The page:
Research Highlights

doi:10.1038/nindia.2014.35 Published online 19 March 2014

Nanotherapy for breast cancer

Researchers have used the leaf extract of a medicinal plant to synthesize silver nanoparticles that exhibit anticancer properties against human breast cancer cells1. These nanoparticles could potentially be used for treating breast cancer.
 
Synthetic anticancer drugs are widely used to treat various cancers. Although such drugs kill cancer cells, they also are harmful to healthy cells. Previous studies have shown that silver nanoparticles have anticancer properties. However, the physical and chemical methods currently used to produce silver nanoparticles employ toxic and expensive chemicals.
 
To develop a low-cost, fast and green method for preparing nanoparticles with anticancer potential, the researchers synthesized silver nanoparticles using the leaf extract of Datura inoxia, an Indian medicinal plant known to possess anticancer properties. They then explored the anticancer properties of the silver nanoparticles by exposing cultured human breast cancer cells to different concentrations of the nanoparticles.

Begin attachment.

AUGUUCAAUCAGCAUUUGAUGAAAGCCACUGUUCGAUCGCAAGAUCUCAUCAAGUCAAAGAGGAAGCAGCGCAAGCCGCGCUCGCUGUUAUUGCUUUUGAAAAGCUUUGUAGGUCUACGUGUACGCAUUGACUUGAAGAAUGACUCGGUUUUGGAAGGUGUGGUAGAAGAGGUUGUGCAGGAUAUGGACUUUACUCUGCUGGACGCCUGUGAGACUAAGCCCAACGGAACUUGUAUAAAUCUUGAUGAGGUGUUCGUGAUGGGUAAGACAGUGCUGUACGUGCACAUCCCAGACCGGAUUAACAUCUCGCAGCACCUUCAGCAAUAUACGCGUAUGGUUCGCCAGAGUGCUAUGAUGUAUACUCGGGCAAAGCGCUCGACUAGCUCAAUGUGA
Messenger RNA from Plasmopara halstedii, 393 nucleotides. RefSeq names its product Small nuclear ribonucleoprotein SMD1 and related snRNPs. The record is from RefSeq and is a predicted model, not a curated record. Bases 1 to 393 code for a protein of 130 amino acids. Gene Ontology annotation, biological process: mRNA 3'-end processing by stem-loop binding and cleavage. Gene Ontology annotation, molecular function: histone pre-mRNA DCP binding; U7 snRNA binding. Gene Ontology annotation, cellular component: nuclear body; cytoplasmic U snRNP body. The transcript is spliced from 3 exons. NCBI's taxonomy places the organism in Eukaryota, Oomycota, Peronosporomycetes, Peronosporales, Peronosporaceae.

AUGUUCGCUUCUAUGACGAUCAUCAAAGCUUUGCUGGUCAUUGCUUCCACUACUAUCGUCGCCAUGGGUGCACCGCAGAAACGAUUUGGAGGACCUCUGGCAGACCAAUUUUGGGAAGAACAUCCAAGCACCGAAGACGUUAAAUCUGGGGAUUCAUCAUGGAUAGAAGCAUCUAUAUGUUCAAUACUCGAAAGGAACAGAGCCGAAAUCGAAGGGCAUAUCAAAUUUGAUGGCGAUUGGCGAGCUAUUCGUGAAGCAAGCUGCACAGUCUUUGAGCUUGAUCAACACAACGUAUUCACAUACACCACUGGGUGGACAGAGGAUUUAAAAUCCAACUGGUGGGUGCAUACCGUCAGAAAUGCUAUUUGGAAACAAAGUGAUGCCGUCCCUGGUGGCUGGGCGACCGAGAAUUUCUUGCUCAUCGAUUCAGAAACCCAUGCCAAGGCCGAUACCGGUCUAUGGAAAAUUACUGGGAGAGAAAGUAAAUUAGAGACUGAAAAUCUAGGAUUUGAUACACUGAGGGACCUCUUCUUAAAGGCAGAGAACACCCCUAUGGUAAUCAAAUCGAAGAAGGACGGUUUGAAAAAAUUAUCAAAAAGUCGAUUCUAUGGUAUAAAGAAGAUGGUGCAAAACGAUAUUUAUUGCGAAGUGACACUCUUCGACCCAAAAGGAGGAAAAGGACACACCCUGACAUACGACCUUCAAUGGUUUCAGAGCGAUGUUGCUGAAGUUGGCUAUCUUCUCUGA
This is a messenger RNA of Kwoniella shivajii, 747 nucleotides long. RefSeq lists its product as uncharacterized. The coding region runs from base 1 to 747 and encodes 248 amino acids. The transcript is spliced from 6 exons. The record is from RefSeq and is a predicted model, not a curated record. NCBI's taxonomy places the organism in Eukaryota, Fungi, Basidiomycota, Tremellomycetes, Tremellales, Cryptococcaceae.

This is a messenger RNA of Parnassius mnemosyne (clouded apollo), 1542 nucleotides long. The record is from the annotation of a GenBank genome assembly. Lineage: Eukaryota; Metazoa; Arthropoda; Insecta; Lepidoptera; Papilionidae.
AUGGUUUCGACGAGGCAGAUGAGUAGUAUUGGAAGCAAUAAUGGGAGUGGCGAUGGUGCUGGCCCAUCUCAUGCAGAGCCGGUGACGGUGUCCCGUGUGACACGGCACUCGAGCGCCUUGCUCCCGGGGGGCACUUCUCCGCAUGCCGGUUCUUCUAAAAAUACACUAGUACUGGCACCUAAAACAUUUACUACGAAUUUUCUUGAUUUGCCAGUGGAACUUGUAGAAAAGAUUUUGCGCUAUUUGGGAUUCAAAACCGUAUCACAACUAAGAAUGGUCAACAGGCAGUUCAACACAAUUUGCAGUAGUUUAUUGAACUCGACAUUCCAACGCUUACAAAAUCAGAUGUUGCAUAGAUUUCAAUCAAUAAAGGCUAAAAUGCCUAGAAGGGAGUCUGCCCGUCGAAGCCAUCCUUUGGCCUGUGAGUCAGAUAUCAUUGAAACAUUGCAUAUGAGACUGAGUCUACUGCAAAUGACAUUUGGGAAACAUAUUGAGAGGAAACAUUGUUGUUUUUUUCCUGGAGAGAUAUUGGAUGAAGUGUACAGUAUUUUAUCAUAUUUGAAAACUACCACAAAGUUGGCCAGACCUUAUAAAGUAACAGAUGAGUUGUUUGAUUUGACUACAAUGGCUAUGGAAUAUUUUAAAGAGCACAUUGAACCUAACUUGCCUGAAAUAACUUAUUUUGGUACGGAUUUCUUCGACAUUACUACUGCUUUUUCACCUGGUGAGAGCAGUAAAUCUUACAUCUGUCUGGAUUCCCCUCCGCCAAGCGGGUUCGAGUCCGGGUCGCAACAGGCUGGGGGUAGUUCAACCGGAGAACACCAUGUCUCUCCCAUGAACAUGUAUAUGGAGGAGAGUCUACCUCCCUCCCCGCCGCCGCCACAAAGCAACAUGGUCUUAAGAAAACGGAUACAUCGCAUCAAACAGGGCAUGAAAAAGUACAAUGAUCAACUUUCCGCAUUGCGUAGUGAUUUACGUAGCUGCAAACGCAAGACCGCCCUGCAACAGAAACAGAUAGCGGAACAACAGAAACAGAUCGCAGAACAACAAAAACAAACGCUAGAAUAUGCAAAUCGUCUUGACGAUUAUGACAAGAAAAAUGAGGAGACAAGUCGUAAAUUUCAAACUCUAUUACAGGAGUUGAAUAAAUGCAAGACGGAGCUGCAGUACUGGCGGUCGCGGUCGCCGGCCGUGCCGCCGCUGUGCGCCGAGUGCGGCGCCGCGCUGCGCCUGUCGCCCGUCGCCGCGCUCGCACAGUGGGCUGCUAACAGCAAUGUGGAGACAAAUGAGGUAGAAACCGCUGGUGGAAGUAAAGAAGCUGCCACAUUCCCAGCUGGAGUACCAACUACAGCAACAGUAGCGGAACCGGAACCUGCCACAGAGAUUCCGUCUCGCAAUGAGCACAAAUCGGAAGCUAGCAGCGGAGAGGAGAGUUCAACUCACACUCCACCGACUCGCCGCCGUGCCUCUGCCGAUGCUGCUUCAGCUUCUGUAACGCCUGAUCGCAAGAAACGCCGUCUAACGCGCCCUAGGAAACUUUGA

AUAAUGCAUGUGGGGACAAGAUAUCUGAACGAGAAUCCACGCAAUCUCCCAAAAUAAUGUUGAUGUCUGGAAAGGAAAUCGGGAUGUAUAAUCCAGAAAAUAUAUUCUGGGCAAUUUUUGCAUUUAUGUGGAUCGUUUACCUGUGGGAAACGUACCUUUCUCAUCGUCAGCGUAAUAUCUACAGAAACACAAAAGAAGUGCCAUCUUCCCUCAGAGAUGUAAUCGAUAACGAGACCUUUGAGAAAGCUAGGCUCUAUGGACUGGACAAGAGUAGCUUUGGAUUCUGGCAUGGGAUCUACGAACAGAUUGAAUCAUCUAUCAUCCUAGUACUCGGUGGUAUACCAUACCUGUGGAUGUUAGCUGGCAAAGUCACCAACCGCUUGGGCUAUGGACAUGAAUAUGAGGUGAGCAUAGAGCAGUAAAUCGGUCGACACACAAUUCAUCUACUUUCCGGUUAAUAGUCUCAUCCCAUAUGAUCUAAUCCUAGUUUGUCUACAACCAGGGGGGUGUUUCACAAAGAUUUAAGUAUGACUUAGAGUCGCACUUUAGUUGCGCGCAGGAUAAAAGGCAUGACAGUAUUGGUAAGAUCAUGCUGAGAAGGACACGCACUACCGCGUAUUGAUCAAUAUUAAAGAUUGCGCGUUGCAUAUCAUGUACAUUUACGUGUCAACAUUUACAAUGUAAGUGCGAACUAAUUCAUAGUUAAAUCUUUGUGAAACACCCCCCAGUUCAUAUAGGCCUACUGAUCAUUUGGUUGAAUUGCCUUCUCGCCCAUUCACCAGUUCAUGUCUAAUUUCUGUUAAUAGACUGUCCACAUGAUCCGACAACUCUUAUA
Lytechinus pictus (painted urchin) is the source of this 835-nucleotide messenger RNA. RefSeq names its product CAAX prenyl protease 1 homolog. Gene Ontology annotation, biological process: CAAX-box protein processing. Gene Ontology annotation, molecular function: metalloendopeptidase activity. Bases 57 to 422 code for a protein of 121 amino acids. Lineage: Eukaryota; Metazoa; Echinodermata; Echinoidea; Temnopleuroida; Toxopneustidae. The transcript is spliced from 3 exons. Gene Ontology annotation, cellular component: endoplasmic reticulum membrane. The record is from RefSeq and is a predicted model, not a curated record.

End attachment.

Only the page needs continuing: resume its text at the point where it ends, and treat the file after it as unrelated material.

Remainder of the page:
The nanoparticles initiated the controlled death of the cancer cells. The researchers found that the nanoparticles killed the cancer cells by generating reactive oxygen species, which destroyed cellular organelles such as mitochondria. The DNA content of cancer cells exposed to the nanoparticles for 24 hours was found to decrease during the exposure period.
 
The researchers say that this ecofriendly, simple and efficient method for producing silver nanoparticles with anticancer properties may potentially be used in the pharmaceutical industry.


References

1. Gajendran, B. et al. Biosynthesis and characterization of silver nanoparticles from Datura inoxia and its apoptotic effect on human breast cancer cell line MCF7. Mater. Lett. 122, 98–102 (2014)